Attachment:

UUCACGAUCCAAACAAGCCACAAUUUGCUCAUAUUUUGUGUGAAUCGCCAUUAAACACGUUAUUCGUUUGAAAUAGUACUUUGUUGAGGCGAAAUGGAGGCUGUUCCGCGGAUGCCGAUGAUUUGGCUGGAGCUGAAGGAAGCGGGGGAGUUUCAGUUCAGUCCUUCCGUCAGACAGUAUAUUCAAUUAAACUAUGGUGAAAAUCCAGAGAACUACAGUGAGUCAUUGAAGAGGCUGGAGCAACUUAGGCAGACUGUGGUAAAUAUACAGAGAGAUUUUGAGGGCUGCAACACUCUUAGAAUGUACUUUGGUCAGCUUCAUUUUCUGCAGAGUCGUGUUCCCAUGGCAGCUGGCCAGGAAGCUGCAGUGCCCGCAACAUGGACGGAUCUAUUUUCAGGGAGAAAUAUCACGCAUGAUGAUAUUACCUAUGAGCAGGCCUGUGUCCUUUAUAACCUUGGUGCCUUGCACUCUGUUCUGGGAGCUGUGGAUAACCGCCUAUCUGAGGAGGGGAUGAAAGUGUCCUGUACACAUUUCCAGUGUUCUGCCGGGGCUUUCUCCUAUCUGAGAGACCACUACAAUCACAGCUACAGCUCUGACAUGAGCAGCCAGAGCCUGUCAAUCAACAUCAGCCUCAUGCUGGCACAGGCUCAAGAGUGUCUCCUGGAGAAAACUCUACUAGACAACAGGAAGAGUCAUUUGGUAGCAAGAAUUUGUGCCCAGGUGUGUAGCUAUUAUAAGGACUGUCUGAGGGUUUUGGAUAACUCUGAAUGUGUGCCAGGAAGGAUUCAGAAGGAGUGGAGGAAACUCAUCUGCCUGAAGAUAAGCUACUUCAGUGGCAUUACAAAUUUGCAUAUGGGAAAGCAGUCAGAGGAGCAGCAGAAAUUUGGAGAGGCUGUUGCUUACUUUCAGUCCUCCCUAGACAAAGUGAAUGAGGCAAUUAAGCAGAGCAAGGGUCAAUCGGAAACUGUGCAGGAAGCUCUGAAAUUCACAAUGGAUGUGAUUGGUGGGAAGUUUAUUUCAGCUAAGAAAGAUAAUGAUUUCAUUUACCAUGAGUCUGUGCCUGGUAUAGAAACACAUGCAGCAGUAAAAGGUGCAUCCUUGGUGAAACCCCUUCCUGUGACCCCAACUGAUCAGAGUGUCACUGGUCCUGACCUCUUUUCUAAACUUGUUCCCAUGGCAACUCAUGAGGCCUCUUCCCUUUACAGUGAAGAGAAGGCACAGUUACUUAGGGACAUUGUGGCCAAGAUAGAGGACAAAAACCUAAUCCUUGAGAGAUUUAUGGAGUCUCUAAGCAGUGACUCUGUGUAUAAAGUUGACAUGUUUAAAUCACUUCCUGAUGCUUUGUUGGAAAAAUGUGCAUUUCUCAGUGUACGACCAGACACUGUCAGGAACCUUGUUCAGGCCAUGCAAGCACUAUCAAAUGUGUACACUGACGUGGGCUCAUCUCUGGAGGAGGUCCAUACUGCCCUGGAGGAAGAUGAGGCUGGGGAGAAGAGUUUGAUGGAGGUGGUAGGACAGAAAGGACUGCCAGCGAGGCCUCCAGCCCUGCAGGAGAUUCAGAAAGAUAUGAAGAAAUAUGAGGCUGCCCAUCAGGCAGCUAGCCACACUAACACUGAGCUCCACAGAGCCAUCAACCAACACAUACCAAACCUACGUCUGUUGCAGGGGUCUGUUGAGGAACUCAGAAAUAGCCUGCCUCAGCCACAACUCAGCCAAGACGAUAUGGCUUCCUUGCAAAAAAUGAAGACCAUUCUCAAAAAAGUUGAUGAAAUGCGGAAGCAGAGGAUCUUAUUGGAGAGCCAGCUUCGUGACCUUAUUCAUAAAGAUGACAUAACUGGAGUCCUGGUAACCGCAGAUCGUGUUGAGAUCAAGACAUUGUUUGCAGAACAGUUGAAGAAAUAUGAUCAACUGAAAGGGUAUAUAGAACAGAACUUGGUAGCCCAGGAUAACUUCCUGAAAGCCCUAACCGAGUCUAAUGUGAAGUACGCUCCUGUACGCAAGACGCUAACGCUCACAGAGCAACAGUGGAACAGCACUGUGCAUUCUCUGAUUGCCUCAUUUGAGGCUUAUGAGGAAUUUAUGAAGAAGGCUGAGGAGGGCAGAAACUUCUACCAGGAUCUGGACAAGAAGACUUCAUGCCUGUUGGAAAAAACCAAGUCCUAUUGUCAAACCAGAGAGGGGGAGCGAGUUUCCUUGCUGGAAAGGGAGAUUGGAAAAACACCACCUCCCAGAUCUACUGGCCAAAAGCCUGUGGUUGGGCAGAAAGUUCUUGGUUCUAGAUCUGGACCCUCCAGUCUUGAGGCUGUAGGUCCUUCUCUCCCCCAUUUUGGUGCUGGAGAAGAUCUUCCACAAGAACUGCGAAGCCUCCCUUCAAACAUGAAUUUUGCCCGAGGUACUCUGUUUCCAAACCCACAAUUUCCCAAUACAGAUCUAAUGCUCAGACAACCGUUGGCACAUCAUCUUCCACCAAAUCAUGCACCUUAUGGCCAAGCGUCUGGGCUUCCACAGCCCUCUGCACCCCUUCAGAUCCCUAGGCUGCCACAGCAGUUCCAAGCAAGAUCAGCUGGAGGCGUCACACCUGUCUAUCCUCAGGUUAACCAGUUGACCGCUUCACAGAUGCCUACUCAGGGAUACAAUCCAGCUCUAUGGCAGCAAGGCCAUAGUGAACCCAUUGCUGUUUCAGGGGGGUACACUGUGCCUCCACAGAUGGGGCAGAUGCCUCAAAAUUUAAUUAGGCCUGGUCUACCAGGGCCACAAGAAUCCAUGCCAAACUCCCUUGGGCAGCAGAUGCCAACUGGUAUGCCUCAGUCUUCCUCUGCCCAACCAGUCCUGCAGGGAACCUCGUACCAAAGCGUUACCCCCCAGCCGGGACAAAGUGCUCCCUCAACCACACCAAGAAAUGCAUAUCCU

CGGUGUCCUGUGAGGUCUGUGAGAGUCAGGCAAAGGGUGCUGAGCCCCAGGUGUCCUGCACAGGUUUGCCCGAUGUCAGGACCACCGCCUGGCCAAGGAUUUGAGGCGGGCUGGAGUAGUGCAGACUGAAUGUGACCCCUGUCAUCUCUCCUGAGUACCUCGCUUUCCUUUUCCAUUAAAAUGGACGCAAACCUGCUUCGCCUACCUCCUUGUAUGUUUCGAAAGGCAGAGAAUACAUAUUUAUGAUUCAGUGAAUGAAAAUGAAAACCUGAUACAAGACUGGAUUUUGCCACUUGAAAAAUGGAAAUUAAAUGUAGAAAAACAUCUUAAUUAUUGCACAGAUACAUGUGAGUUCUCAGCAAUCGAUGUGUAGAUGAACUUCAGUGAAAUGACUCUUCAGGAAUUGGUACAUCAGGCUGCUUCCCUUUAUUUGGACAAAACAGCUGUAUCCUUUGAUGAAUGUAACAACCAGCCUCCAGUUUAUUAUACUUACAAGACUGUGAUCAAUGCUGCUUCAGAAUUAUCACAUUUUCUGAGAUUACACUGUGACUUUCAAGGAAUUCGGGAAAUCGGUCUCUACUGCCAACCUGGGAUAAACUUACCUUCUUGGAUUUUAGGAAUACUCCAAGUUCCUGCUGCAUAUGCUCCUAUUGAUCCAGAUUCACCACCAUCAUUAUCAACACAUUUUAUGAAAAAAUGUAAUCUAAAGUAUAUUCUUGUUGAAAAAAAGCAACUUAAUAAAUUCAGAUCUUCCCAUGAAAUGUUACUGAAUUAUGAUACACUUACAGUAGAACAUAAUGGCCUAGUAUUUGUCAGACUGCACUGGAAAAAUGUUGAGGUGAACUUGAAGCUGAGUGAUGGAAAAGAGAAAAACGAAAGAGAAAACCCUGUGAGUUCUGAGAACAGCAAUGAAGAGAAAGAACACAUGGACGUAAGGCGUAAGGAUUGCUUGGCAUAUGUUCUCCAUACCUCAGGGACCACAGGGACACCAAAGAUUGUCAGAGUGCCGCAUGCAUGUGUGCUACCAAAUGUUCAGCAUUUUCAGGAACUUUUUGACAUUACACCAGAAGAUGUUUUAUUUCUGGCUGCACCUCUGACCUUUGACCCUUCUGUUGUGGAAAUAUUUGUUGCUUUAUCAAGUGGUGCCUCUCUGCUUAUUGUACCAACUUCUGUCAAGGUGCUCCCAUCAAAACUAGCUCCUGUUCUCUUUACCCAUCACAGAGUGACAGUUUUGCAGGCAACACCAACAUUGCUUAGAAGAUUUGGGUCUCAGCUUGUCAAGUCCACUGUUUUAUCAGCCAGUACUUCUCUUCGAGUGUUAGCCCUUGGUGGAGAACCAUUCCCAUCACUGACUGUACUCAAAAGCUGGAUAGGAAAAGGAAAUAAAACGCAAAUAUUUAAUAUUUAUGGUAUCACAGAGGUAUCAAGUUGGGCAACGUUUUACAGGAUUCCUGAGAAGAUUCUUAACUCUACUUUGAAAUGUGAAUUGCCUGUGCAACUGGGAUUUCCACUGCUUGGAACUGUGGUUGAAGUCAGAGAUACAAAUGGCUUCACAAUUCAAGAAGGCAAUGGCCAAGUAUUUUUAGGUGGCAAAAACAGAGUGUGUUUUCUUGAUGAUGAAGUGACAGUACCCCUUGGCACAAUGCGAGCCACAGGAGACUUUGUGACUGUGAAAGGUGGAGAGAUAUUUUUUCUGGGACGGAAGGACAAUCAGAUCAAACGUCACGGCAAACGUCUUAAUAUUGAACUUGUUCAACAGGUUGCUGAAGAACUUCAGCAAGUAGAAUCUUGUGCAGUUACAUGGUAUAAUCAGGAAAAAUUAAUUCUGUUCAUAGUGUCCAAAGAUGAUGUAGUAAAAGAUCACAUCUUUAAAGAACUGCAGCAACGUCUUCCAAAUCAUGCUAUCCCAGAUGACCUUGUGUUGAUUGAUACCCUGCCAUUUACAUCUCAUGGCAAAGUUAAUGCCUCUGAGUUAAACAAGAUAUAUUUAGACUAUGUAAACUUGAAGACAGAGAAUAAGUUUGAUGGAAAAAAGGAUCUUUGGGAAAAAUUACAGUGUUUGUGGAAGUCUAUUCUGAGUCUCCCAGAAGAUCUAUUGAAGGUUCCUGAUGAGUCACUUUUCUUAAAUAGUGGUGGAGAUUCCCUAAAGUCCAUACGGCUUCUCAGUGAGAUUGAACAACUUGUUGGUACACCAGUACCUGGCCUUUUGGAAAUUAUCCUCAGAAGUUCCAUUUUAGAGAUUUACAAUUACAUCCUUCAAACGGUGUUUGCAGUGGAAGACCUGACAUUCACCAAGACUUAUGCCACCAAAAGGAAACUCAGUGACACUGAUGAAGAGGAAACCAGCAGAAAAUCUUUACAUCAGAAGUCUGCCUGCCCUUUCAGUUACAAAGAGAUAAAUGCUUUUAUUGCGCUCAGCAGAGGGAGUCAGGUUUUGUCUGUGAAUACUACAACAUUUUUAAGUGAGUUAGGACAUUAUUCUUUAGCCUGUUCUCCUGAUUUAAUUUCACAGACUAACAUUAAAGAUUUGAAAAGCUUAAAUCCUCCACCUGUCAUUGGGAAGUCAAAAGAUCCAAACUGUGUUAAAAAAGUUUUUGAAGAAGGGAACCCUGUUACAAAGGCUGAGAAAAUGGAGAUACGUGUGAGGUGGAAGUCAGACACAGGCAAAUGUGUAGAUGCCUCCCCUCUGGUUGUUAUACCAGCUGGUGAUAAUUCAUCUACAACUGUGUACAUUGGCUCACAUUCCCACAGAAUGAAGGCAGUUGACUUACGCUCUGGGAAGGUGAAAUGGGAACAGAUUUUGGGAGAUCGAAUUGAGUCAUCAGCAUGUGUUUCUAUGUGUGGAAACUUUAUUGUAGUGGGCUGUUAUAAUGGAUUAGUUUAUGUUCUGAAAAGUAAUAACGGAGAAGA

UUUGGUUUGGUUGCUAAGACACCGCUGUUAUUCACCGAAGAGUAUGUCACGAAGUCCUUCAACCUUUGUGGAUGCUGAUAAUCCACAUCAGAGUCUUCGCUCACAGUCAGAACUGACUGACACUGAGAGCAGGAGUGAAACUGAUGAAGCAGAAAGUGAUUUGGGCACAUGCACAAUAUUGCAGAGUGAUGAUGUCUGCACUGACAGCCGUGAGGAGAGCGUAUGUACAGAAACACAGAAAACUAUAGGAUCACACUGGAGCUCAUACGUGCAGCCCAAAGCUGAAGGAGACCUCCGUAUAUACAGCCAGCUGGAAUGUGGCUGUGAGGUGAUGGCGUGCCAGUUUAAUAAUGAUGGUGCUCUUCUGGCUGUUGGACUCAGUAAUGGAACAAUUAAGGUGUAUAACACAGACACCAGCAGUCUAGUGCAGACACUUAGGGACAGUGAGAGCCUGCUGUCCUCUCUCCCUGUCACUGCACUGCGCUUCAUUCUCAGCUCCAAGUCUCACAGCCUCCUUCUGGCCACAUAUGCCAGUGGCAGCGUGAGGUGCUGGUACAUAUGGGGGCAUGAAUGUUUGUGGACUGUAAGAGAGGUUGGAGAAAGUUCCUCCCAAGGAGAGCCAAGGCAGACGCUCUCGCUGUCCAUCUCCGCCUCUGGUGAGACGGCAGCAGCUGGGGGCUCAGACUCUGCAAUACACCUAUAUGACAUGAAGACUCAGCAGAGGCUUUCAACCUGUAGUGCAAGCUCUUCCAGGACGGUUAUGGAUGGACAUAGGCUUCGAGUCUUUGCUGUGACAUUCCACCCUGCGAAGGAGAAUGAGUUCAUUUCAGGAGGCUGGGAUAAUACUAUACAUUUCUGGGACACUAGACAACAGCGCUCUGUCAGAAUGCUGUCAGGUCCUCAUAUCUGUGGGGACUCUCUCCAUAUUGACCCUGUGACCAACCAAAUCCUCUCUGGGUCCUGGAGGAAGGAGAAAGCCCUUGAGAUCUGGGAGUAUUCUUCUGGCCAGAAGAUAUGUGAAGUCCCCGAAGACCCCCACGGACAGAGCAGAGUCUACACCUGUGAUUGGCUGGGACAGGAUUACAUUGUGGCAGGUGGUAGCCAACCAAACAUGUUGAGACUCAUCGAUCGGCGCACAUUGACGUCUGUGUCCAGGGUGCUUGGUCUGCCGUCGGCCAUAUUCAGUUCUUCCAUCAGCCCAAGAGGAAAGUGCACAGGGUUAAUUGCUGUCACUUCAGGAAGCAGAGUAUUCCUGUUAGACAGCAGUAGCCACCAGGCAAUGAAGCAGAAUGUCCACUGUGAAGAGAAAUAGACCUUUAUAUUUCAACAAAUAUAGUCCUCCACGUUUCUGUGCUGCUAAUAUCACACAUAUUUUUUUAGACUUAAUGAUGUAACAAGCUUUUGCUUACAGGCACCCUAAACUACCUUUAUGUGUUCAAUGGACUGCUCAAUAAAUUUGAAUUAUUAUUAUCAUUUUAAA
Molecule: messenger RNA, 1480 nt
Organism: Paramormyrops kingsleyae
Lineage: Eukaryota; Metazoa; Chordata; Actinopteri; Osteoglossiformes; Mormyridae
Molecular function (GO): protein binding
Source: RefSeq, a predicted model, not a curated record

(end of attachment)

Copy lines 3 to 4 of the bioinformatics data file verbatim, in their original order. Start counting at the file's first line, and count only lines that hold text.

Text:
UUUGGUUUGGUUGCUAAGACACCGCUGUUAUUCACCGAAGAGUAUGUCACGAAGUCCUUCAACCUUUGUGGAUGCUGAUAAUCCACAUCAGAGUCUUCGCUCACAGUCAGAACUGACUGACACUGAGAGCAGGAGUGAAACUGAUGAAGCAGAAAGUGAUUUGGGCACAUGCACAAUAUUGCAGAGUGAUGAUGUCUGCACUGACAGCCGUGAGGAGAGCGUAUGUACAGAAACACAGAAAACUAUAGGAUCACACUGGAGCUCAUACGUGCAGCCCAAAGCUGAAGGAGACCUCCGUAUAUACAGCCAGCUGGAAUGUGGCUGUGAGGUGAUGGCGUGCCAGUUUAAUAAUGAUGGUGCUCUUCUGGCUGUUGGACUCAGUAAUGGAACAAUUAAGGUGUAUAACACAGACACCAGCAGUCUAGUGCAGACACUUAGGGACAGUGAGAGCCUGCUGUCCUCUCUCCCUGUCACUGCACUGCGCUUCAUUCUCAGCUCCAAGUCUCACAGCCUCCUUCUGGCCACAUAUGCCAGUGGCAGCGUGAGGUGCUGGUACAUAUGGGGGCAUGAAUGUUUGUGGACUGUAAGAGAGGUUGGAGAAAGUUCCUCCCAAGGAGAGCCAAGGCAGACGCUCUCGCUGUCCAUCUCCGCCUCUGGUGAGACGGCAGCAGCUGGGGGCUCAGACUCUGCAAUACACCUAUAUGACAUGAAGACUCAGCAGAGGCUUUCAACCUGUAGUGCAAGCUCUUCCAGGACGGUUAUGGAUGGACAUAGGCUUCGAGUCUUUGCUGUGACAUUCCACCCUGCGAAGGAGAAUGAGUUCAUUUCAGGAGGCUGGGAUAAUACUAUACAUUUCUGGGACACUAGACAACAGCGCUCUGUCAGAAUGCUGUCAGGUCCUCAUAUCUGUGGGGACUCUCUCCAUAUUGACCCUGUGACCAACCAAAUCCUCUCUGGGUCCUGGAGGAAGGAGAAAGCCCUUGAGAUCUGGGAGUAUUCUUCUGGCCAGAAGAUAUGUGAAGUCCCCGAAGACCCCCACGGACAGAGCAGAGUCUACACCUGUGAUUGGCUGGGACAGGAUUACAUUGUGGCAGGUGGUAGCCAACCAAACAUGUUGAGACUCAUCGAUCGGCGCACAUUGACGUCUGUGUCCAGGGUGCUUGGUCUGCCGUCGGCCAUAUUCAGUUCUUCCAUCAGCCCAAGAGGAAAGUGCACAGGGUUAAUUGCUGUCACUUCAGGAAGCAGAGUAUUCCUGUUAGACAGCAGUAGCCACCAGGCAAUGAAGCAGAAUGUCCACUGUGAAGAGAAAUAGACCUUUAUAUUUCAACAAAUAUAGUCCUCCACGUUUCUGUGCUGCUAAUAUCACACAUAUUUUUUUAGACUUAAUGAUGUAACAAGCUUUUGCUUACAGGCACCCUAAACUACCUUUAUGUGUUCAAUGGACUGCUCAAUAAAUUUGAAUUAUUAUUAUCAUUUUAAA
Molecule: messenger RNA, 1480 nt